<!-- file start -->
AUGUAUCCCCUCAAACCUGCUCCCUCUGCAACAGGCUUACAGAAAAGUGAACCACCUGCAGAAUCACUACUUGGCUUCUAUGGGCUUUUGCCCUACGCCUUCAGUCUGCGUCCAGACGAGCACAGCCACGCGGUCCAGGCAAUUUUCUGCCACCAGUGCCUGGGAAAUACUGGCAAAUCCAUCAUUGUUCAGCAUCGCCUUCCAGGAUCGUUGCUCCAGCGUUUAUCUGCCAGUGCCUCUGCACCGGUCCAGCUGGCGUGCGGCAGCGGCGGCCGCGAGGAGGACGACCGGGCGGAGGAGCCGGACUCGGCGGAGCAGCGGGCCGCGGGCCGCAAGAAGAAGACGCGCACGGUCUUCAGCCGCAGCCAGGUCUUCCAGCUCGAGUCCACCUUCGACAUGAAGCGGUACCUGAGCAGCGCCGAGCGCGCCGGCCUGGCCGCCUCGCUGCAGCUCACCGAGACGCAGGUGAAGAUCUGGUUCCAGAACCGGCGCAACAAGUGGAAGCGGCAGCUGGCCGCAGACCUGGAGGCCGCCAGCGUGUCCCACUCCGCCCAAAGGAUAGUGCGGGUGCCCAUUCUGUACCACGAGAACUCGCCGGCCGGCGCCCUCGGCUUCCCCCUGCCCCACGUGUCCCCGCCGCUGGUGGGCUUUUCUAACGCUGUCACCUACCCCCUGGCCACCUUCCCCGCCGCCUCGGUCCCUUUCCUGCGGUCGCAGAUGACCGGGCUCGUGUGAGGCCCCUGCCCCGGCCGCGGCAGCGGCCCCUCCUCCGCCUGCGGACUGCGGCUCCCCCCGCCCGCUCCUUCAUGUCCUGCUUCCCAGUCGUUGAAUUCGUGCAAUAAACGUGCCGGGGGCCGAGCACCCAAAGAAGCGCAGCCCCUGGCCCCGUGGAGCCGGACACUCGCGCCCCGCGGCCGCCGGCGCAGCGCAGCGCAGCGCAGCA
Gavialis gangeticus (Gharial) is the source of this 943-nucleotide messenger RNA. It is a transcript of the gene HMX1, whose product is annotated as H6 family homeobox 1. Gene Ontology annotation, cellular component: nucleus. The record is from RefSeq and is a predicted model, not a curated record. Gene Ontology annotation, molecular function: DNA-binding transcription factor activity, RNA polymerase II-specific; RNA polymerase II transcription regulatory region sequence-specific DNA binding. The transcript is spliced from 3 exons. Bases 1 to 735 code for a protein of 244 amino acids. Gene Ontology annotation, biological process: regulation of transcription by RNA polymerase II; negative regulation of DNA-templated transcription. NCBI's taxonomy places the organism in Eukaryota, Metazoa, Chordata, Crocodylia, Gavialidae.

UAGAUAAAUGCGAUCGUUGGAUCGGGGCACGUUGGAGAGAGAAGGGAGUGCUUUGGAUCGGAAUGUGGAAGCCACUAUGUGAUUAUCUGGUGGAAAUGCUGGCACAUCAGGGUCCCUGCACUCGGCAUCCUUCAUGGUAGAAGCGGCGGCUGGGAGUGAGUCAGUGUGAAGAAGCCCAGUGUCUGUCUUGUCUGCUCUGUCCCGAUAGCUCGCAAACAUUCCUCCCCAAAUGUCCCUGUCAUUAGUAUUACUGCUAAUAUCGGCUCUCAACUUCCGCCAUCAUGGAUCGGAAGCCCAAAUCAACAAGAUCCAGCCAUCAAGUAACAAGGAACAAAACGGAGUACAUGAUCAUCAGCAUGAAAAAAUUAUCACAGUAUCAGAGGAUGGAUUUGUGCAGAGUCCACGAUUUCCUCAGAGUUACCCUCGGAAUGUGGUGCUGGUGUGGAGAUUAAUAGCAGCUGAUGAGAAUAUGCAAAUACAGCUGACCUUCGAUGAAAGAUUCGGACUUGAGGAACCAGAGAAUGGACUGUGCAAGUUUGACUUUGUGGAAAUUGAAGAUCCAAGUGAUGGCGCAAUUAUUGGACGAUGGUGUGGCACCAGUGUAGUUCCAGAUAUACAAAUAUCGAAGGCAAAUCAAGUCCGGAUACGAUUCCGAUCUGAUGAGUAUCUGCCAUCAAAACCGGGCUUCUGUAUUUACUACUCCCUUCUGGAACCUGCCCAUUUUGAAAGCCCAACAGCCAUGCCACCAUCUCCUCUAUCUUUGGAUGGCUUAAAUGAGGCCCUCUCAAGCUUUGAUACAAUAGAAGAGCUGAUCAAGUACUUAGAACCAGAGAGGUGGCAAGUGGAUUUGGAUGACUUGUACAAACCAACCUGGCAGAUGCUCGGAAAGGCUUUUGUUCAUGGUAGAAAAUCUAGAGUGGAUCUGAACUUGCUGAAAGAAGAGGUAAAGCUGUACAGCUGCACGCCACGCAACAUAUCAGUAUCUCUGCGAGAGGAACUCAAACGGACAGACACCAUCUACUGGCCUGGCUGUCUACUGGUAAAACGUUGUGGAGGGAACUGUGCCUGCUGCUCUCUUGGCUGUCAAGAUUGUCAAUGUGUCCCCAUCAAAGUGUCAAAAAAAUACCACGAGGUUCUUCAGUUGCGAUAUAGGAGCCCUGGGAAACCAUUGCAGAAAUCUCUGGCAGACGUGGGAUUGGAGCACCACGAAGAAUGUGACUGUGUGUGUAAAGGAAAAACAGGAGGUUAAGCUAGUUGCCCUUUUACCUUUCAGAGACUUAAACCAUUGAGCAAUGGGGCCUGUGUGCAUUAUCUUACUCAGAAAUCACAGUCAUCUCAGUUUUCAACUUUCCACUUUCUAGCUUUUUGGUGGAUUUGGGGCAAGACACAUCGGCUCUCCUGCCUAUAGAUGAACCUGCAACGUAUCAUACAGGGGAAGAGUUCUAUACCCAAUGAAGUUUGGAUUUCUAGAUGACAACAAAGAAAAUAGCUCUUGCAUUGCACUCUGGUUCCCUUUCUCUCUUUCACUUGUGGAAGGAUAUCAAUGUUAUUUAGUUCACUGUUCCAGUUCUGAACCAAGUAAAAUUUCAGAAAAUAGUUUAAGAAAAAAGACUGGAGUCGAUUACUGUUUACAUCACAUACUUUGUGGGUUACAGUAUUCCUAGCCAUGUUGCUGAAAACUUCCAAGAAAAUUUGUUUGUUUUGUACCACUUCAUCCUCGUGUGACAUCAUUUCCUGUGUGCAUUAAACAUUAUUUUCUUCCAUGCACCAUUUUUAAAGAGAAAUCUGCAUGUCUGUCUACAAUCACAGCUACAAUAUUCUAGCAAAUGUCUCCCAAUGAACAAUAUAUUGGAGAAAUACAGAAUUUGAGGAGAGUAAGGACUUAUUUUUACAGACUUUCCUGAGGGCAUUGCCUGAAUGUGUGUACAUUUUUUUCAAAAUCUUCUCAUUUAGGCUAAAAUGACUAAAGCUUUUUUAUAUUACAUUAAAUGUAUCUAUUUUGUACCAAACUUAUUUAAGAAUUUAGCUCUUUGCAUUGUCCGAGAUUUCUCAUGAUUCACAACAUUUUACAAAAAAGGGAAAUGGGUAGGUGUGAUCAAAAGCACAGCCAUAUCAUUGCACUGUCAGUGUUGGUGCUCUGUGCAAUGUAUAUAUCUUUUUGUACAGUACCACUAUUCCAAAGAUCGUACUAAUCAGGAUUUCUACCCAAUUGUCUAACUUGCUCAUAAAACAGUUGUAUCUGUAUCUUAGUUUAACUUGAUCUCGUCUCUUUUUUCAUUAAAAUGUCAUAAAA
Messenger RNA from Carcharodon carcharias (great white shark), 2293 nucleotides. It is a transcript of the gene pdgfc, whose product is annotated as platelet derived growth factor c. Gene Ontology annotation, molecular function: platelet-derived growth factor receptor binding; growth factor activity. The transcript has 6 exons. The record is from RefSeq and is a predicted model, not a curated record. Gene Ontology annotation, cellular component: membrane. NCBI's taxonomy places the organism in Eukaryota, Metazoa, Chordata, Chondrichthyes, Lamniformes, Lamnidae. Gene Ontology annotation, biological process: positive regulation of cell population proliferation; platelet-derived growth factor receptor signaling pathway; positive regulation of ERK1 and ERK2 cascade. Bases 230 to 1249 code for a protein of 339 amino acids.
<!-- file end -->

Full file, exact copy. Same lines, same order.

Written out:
AUGUAUCCCCUCAAACCUGCUCCCUCUGCAACAGGCUUACAGAAAAGUGAACCACCUGCAGAAUCACUACUUGGCUUCUAUGGGCUUUUGCCCUACGCCUUCAGUCUGCGUCCAGACGAGCACAGCCACGCGGUCCAGGCAAUUUUCUGCCACCAGUGCCUGGGAAAUACUGGCAAAUCCAUCAUUGUUCAGCAUCGCCUUCCAGGAUCGUUGCUCCAGCGUUUAUCUGCCAGUGCCUCUGCACCGGUCCAGCUGGCGUGCGGCAGCGGCGGCCGCGAGGAGGACGACCGGGCGGAGGAGCCGGACUCGGCGGAGCAGCGGGCCGCGGGCCGCAAGAAGAAGACGCGCACGGUCUUCAGCCGCAGCCAGGUCUUCCAGCUCGAGUCCACCUUCGACAUGAAGCGGUACCUGAGCAGCGCCGAGCGCGCCGGCCUGGCCGCCUCGCUGCAGCUCACCGAGACGCAGGUGAAGAUCUGGUUCCAGAACCGGCGCAACAAGUGGAAGCGGCAGCUGGCCGCAGACCUGGAGGCCGCCAGCGUGUCCCACUCCGCCCAAAGGAUAGUGCGGGUGCCCAUUCUGUACCACGAGAACUCGCCGGCCGGCGCCCUCGGCUUCCCCCUGCCCCACGUGUCCCCGCCGCUGGUGGGCUUUUCUAACGCUGUCACCUACCCCCUGGCCACCUUCCCCGCCGCCUCGGUCCCUUUCCUGCGGUCGCAGAUGACCGGGCUCGUGUGAGGCCCCUGCCCCGGCCGCGGCAGCGGCCCCUCCUCCGCCUGCGGACUGCGGCUCCCCCCGCCCGCUCCUUCAUGUCCUGCUUCCCAGUCGUUGAAUUCGUGCAAUAAACGUGCCGGGGGCCGAGCACCCAAAGAAGCGCAGCCCCUGGCCCCGUGGAGCCGGACACUCGCGCCCCGCGGCCGCCGGCGCAGCGCAGCGCAGCGCAGCA
Gavialis gangeticus (Gharial) is the source of this 943-nucleotide messenger RNA. It is a transcript of the gene HMX1, whose product is annotated as H6 family homeobox 1. Gene Ontology annotation, cellular component: nucleus. The record is from RefSeq and is a predicted model, not a curated record. Gene Ontology annotation, molecular function: DNA-binding transcription factor activity, RNA polymerase II-specific; RNA polymerase II transcription regulatory region sequence-specific DNA binding. The transcript is spliced from 3 exons. Bases 1 to 735 code for a protein of 244 amino acids. Gene Ontology annotation, biological process: regulation of transcription by RNA polymerase II; negative regulation of DNA-templated transcription. NCBI's taxonomy places the organism in Eukaryota, Metazoa, Chordata, Crocodylia, Gavialidae.

UAGAUAAAUGCGAUCGUUGGAUCGGGGCACGUUGGAGAGAGAAGGGAGUGCUUUGGAUCGGAAUGUGGAAGCCACUAUGUGAUUAUCUGGUGGAAAUGCUGGCACAUCAGGGUCCCUGCACUCGGCAUCCUUCAUGGUAGAAGCGGCGGCUGGGAGUGAGUCAGUGUGAAGAAGCCCAGUGUCUGUCUUGUCUGCUCUGUCCCGAUAGCUCGCAAACAUUCCUCCCCAAAUGUCCCUGUCAUUAGUAUUACUGCUAAUAUCGGCUCUCAACUUCCGCCAUCAUGGAUCGGAAGCCCAAAUCAACAAGAUCCAGCCAUCAAGUAACAAGGAACAAAACGGAGUACAUGAUCAUCAGCAUGAAAAAAUUAUCACAGUAUCAGAGGAUGGAUUUGUGCAGAGUCCACGAUUUCCUCAGAGUUACCCUCGGAAUGUGGUGCUGGUGUGGAGAUUAAUAGCAGCUGAUGAGAAUAUGCAAAUACAGCUGACCUUCGAUGAAAGAUUCGGACUUGAGGAACCAGAGAAUGGACUGUGCAAGUUUGACUUUGUGGAAAUUGAAGAUCCAAGUGAUGGCGCAAUUAUUGGACGAUGGUGUGGCACCAGUGUAGUUCCAGAUAUACAAAUAUCGAAGGCAAAUCAAGUCCGGAUACGAUUCCGAUCUGAUGAGUAUCUGCCAUCAAAACCGGGCUUCUGUAUUUACUACUCCCUUCUGGAACCUGCCCAUUUUGAAAGCCCAACAGCCAUGCCACCAUCUCCUCUAUCUUUGGAUGGCUUAAAUGAGGCCCUCUCAAGCUUUGAUACAAUAGAAGAGCUGAUCAAGUACUUAGAACCAGAGAGGUGGCAAGUGGAUUUGGAUGACUUGUACAAACCAACCUGGCAGAUGCUCGGAAAGGCUUUUGUUCAUGGUAGAAAAUCUAGAGUGGAUCUGAACUUGCUGAAAGAAGAGGUAAAGCUGUACAGCUGCACGCCACGCAACAUAUCAGUAUCUCUGCGAGAGGAACUCAAACGGACAGACACCAUCUACUGGCCUGGCUGUCUACUGGUAAAACGUUGUGGAGGGAACUGUGCCUGCUGCUCUCUUGGCUGUCAAGAUUGUCAAUGUGUCCCCAUCAAAGUGUCAAAAAAAUACCACGAGGUUCUUCAGUUGCGAUAUAGGAGCCCUGGGAAACCAUUGCAGAAAUCUCUGGCAGACGUGGGAUUGGAGCACCACGAAGAAUGUGACUGUGUGUGUAAAGGAAAAACAGGAGGUUAAGCUAGUUGCCCUUUUACCUUUCAGAGACUUAAACCAUUGAGCAAUGGGGCCUGUGUGCAUUAUCUUACUCAGAAAUCACAGUCAUCUCAGUUUUCAACUUUCCACUUUCUAGCUUUUUGGUGGAUUUGGGGCAAGACACAUCGGCUCUCCUGCCUAUAGAUGAACCUGCAACGUAUCAUACAGGGGAAGAGUUCUAUACCCAAUGAAGUUUGGAUUUCUAGAUGACAACAAAGAAAAUAGCUCUUGCAUUGCACUCUGGUUCCCUUUCUCUCUUUCACUUGUGGAAGGAUAUCAAUGUUAUUUAGUUCACUGUUCCAGUUCUGAACCAAGUAAAAUUUCAGAAAAUAGUUUAAGAAAAAAGACUGGAGUCGAUUACUGUUUACAUCACAUACUUUGUGGGUUACAGUAUUCCUAGCCAUGUUGCUGAAAACUUCCAAGAAAAUUUGUUUGUUUUGUACCACUUCAUCCUCGUGUGACAUCAUUUCCUGUGUGCAUUAAACAUUAUUUUCUUCCAUGCACCAUUUUUAAAGAGAAAUCUGCAUGUCUGUCUACAAUCACAGCUACAAUAUUCUAGCAAAUGUCUCCCAAUGAACAAUAUAUUGGAGAAAUACAGAAUUUGAGGAGAGUAAGGACUUAUUUUUACAGACUUUCCUGAGGGCAUUGCCUGAAUGUGUGUACAUUUUUUUCAAAAUCUUCUCAUUUAGGCUAAAAUGACUAAAGCUUUUUUAUAUUACAUUAAAUGUAUCUAUUUUGUACCAAACUUAUUUAAGAAUUUAGCUCUUUGCAUUGUCCGAGAUUUCUCAUGAUUCACAACAUUUUACAAAAAAGGGAAAUGGGUAGGUGUGAUCAAAAGCACAGCCAUAUCAUUGCACUGUCAGUGUUGGUGCUCUGUGCAAUGUAUAUAUCUUUUUGUACAGUACCACUAUUCCAAAGAUCGUACUAAUCAGGAUUUCUACCCAAUUGUCUAACUUGCUCAUAAAACAGUUGUAUCUGUAUCUUAGUUUAACUUGAUCUCGUCUCUUUUUUCAUUAAAAUGUCAUAAAA
Messenger RNA from Carcharodon carcharias (great white shark), 2293 nucleotides. It is a transcript of the gene pdgfc, whose product is annotated as platelet derived growth factor c. Gene Ontology annotation, molecular function: platelet-derived growth factor receptor binding; growth factor activity. The transcript has 6 exons. The record is from RefSeq and is a predicted model, not a curated record. Gene Ontology annotation, cellular component: membrane. NCBI's taxonomy places the organism in Eukaryota, Metazoa, Chordata, Chondrichthyes, Lamniformes, Lamnidae. Gene Ontology annotation, biological process: positive regulation of cell population proliferation; platelet-derived growth factor receptor signaling pathway; positive regulation of ERK1 and ERK2 cascade. Bases 230 to 1249 code for a protein of 339 amino acids.